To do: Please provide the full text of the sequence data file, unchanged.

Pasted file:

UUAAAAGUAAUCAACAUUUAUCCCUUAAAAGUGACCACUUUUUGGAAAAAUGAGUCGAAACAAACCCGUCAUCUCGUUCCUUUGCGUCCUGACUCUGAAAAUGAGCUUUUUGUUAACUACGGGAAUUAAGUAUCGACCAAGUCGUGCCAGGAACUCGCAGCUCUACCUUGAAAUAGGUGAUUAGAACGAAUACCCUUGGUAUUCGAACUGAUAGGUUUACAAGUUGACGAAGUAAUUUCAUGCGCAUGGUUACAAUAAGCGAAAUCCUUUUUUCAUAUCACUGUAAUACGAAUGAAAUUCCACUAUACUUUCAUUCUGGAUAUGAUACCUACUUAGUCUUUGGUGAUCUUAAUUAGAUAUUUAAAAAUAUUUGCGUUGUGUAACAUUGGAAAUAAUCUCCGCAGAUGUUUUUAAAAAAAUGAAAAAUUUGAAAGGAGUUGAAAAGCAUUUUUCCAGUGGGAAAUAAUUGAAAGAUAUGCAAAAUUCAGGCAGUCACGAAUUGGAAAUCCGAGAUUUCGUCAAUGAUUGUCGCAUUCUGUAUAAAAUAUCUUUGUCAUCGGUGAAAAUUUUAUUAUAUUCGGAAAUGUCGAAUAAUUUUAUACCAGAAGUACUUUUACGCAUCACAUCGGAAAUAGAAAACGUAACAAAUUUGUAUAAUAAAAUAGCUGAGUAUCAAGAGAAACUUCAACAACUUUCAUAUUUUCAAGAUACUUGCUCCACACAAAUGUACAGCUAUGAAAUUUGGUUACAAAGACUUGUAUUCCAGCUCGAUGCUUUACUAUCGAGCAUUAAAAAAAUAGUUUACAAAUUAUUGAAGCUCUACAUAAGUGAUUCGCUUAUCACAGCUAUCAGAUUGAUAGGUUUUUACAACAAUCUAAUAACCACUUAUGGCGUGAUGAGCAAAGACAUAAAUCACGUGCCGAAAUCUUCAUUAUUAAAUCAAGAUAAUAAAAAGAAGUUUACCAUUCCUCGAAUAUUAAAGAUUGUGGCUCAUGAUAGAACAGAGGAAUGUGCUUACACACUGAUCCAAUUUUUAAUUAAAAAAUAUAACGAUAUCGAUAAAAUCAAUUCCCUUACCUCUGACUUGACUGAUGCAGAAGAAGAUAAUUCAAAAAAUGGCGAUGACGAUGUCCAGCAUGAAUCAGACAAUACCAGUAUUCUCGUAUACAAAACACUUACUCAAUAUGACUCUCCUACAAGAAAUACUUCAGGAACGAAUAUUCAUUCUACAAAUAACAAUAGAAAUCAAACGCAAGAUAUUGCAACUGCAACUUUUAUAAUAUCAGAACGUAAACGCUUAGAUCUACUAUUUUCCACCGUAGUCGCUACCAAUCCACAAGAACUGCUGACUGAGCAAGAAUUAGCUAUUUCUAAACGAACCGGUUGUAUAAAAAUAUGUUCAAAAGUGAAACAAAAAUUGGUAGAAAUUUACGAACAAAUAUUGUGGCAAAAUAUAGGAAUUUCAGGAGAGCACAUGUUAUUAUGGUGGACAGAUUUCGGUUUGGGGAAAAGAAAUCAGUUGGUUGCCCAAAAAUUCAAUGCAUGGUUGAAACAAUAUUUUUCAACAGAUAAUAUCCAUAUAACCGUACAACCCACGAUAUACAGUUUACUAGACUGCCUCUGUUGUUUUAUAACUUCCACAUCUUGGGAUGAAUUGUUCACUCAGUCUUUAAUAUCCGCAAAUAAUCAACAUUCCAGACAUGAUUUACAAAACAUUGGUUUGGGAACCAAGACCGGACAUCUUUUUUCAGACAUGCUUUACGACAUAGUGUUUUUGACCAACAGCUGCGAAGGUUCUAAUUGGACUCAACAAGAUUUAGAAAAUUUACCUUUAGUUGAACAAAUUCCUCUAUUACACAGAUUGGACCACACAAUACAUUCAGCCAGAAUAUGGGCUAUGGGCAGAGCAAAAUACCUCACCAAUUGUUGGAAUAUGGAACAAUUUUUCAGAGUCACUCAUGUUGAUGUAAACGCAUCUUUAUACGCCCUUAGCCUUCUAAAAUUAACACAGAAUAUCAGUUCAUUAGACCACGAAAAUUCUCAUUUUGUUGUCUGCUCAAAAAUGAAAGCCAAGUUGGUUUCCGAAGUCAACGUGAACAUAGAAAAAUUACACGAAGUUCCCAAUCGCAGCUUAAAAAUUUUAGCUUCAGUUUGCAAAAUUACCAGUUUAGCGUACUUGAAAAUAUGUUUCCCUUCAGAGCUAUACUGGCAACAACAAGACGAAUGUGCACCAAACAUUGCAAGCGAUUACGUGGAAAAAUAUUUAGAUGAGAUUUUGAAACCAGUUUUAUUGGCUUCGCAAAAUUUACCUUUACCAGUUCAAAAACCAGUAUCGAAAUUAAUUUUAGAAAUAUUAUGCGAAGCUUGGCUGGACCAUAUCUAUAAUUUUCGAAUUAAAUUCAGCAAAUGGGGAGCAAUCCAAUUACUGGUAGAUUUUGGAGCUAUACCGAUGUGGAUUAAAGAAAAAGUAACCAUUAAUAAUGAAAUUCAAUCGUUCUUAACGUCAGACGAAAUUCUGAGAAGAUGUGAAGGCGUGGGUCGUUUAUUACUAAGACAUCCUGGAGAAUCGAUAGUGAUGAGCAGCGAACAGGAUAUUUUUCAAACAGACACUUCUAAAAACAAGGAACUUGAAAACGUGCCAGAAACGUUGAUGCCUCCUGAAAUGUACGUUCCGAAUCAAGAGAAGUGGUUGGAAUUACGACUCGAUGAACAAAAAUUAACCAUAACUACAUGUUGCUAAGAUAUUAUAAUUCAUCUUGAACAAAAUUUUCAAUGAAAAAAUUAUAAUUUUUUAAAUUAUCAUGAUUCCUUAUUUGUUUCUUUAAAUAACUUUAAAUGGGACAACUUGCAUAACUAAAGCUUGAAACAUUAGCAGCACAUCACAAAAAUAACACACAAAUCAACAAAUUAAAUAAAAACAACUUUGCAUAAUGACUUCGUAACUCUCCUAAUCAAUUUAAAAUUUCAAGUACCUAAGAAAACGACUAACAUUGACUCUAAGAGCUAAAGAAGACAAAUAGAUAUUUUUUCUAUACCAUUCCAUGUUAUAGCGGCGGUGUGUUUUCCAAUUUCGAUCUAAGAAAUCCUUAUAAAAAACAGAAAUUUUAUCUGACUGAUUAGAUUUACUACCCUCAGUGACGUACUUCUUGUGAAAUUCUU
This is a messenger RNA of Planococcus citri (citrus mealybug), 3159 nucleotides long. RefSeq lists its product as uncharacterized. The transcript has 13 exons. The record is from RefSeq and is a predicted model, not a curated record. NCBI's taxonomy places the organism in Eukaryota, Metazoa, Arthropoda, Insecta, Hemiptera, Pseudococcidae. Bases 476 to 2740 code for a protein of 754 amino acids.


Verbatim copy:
UUAAAAGUAAUCAACAUUUAUCCCUUAAAAGUGACCACUUUUUGGAAAAAUGAGUCGAAACAAACCCGUCAUCUCGUUCCUUUGCGUCCUGACUCUGAAAAUGAGCUUUUUGUUAACUACGGGAAUUAAGUAUCGACCAAGUCGUGCCAGGAACUCGCAGCUCUACCUUGAAAUAGGUGAUUAGAACGAAUACCCUUGGUAUUCGAACUGAUAGGUUUACAAGUUGACGAAGUAAUUUCAUGCGCAUGGUUACAAUAAGCGAAAUCCUUUUUUCAUAUCACUGUAAUACGAAUGAAAUUCCACUAUACUUUCAUUCUGGAUAUGAUACCUACUUAGUCUUUGGUGAUCUUAAUUAGAUAUUUAAAAAUAUUUGCGUUGUGUAACAUUGGAAAUAAUCUCCGCAGAUGUUUUUAAAAAAAUGAAAAAUUUGAAAGGAGUUGAAAAGCAUUUUUCCAGUGGGAAAUAAUUGAAAGAUAUGCAAAAUUCAGGCAGUCACGAAUUGGAAAUCCGAGAUUUCGUCAAUGAUUGUCGCAUUCUGUAUAAAAUAUCUUUGUCAUCGGUGAAAAUUUUAUUAUAUUCGGAAAUGUCGAAUAAUUUUAUACCAGAAGUACUUUUACGCAUCACAUCGGAAAUAGAAAACGUAACAAAUUUGUAUAAUAAAAUAGCUGAGUAUCAAGAGAAACUUCAACAACUUUCAUAUUUUCAAGAUACUUGCUCCACACAAAUGUACAGCUAUGAAAUUUGGUUACAAAGACUUGUAUUCCAGCUCGAUGCUUUACUAUCGAGCAUUAAAAAAAUAGUUUACAAAUUAUUGAAGCUCUACAUAAGUGAUUCGCUUAUCACAGCUAUCAGAUUGAUAGGUUUUUACAACAAUCUAAUAACCACUUAUGGCGUGAUGAGCAAAGACAUAAAUCACGUGCCGAAAUCUUCAUUAUUAAAUCAAGAUAAUAAAAAGAAGUUUACCAUUCCUCGAAUAUUAAAGAUUGUGGCUCAUGAUAGAACAGAGGAAUGUGCUUACACACUGAUCCAAUUUUUAAUUAAAAAAUAUAACGAUAUCGAUAAAAUCAAUUCCCUUACCUCUGACUUGACUGAUGCAGAAGAAGAUAAUUCAAAAAAUGGCGAUGACGAUGUCCAGCAUGAAUCAGACAAUACCAGUAUUCUCGUAUACAAAACACUUACUCAAUAUGACUCUCCUACAAGAAAUACUUCAGGAACGAAUAUUCAUUCUACAAAUAACAAUAGAAAUCAAACGCAAGAUAUUGCAACUGCAACUUUUAUAAUAUCAGAACGUAAACGCUUAGAUCUACUAUUUUCCACCGUAGUCGCUACCAAUCCACAAGAACUGCUGACUGAGCAAGAAUUAGCUAUUUCUAAACGAACCGGUUGUAUAAAAAUAUGUUCAAAAGUGAAACAAAAAUUGGUAGAAAUUUACGAACAAAUAUUGUGGCAAAAUAUAGGAAUUUCAGGAGAGCACAUGUUAUUAUGGUGGACAGAUUUCGGUUUGGGGAAAAGAAAUCAGUUGGUUGCCCAAAAAUUCAAUGCAUGGUUGAAACAAUAUUUUUCAACAGAUAAUAUCCAUAUAACCGUACAACCCACGAUAUACAGUUUACUAGACUGCCUCUGUUGUUUUAUAACUUCCACAUCUUGGGAUGAAUUGUUCACUCAGUCUUUAAUAUCCGCAAAUAAUCAACAUUCCAGACAUGAUUUACAAAACAUUGGUUUGGGAACCAAGACCGGACAUCUUUUUUCAGACAUGCUUUACGACAUAGUGUUUUUGACCAACAGCUGCGAAGGUUCUAAUUGGACUCAACAAGAUUUAGAAAAUUUACCUUUAGUUGAACAAAUUCCUCUAUUACACAGAUUGGACCACACAAUACAUUCAGCCAGAAUAUGGGCUAUGGGCAGAGCAAAAUACCUCACCAAUUGUUGGAAUAUGGAACAAUUUUUCAGAGUCACUCAUGUUGAUGUAAACGCAUCUUUAUACGCCCUUAGCCUUCUAAAAUUAACACAGAAUAUCAGUUCAUUAGACCACGAAAAUUCUCAUUUUGUUGUCUGCUCAAAAAUGAAAGCCAAGUUGGUUUCCGAAGUCAACGUGAACAUAGAAAAAUUACACGAAGUUCCCAAUCGCAGCUUAAAAAUUUUAGCUUCAGUUUGCAAAAUUACCAGUUUAGCGUACUUGAAAAUAUGUUUCCCUUCAGAGCUAUACUGGCAACAACAAGACGAAUGUGCACCAAACAUUGCAAGCGAUUACGUGGAAAAAUAUUUAGAUGAGAUUUUGAAACCAGUUUUAUUGGCUUCGCAAAAUUUACCUUUACCAGUUCAAAAACCAGUAUCGAAAUUAAUUUUAGAAAUAUUAUGCGAAGCUUGGCUGGACCAUAUCUAUAAUUUUCGAAUUAAAUUCAGCAAAUGGGGAGCAAUCCAAUUACUGGUAGAUUUUGGAGCUAUACCGAUGUGGAUUAAAGAAAAAGUAACCAUUAAUAAUGAAAUUCAAUCGUUCUUAACGUCAGACGAAAUUCUGAGAAGAUGUGAAGGCGUGGGUCGUUUAUUACUAAGACAUCCUGGAGAAUCGAUAGUGAUGAGCAGCGAACAGGAUAUUUUUCAAACAGACACUUCUAAAAACAAGGAACUUGAAAACGUGCCAGAAACGUUGAUGCCUCCUGAAAUGUACGUUCCGAAUCAAGAGAAGUGGUUGGAAUUACGACUCGAUGAACAAAAAUUAACCAUAACUACAUGUUGCUAAGAUAUUAUAAUUCAUCUUGAACAAAAUUUUCAAUGAAAAAAUUAUAAUUUUUUAAAUUAUCAUGAUUCCUUAUUUGUUUCUUUAAAUAACUUUAAAUGGGACAACUUGCAUAACUAAAGCUUGAAACAUUAGCAGCACAUCACAAAAAUAACACACAAAUCAACAAAUUAAAUAAAAACAACUUUGCAUAAUGACUUCGUAACUCUCCUAAUCAAUUUAAAAUUUCAAGUACCUAAGAAAACGACUAACAUUGACUCUAAGAGCUAAAGAAGACAAAUAGAUAUUUUUUCUAUACCAUUCCAUGUUAUAGCGGCGGUGUGUUUUCCAAUUUCGAUCUAAGAAAUCCUUAUAAAAAACAGAAAUUUUAUCUGACUGAUUAGAUUUACUACCCUCAGUGACGUACUUCUUGUGAAAUUCUU
This is a messenger RNA of Planococcus citri (citrus mealybug), 3159 nucleotides long. RefSeq lists its product as uncharacterized. The transcript has 13 exons. The record is from RefSeq and is a predicted model, not a curated record. NCBI's taxonomy places the organism in Eukaryota, Metazoa, Arthropoda, Insecta, Hemiptera, Pseudococcidae. Bases 476 to 2740 code for a protein of 754 amino acids.